It's the birthday of journalist and current editor of The New Yorker magazine David Remnick, (books by this author) born in Hackensack, New Jersey (1958). Both of his grandfathers came to the United States from Russia, fleeing the Russian Revolution of 1917. As a young man, Remnick got a job writing for The Washington Post, covering crime, sports, and fashion.
Then in 1987, he heard there was an opening for a Moscow correspondent, and he couldn't pass up the chance to go back to his grandfathers' home country. Before he left for Moscow, he visited one of his grandfathers in Florida and told him that he was moving to Russia. His grandfather, who was 102 years old, couldn't believe that Remnick would choose to go to a place he had risked his life to escape.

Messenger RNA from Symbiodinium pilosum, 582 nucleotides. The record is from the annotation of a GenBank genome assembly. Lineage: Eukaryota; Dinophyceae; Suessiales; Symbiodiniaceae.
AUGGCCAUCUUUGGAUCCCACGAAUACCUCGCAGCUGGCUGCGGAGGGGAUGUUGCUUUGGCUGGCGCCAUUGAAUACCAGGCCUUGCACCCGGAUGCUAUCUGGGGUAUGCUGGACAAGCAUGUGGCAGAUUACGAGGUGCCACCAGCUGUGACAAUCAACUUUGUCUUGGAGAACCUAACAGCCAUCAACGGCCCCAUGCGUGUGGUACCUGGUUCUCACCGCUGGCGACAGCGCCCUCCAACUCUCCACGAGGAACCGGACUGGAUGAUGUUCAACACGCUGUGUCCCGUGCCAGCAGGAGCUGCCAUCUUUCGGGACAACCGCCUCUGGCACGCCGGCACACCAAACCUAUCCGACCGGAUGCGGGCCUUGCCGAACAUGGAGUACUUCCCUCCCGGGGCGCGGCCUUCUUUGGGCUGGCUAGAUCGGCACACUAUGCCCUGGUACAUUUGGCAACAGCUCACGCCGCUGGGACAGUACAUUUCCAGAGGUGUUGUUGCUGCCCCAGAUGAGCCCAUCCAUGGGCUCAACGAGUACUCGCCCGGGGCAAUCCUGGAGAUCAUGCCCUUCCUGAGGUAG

Remnick went anyway, and covered the events that led to the collapse of the Soviet Union. He interviewed politicians, generals, intellectuals, and workers to get a complete picture of the effect on Russian society. In 1993, he came out with Lenin's Tomb: The Last Days of the Soviet Empire, and it won the Pulitzer Prize for general nonfiction.
Remnick went on to write for The New Yorker, and he was named editor in 1998, even though he'd never edited a magazine before. He is only the fifth person to serve as editor since the magazine was founded in 1925, and he's the first staff writer ever promoted to that position.
It's the birthday of James Boswell, (books by this author) born in Edinburgh, Scotland (1740). On May 16, 1763, he met the scholar and writer Samuel Johnson in the back room of a bookstore. They became friends, and Boswell became Johnson's biographer. The biography he wrote, Life of Johnson (1791), was one of the first to delve into the most personal of details, because Boswell was willing to ask the most personal questions. He once asked Johnson what kind of underwear he thought women should wear. Johnson said he preferred cotton underwear to silk.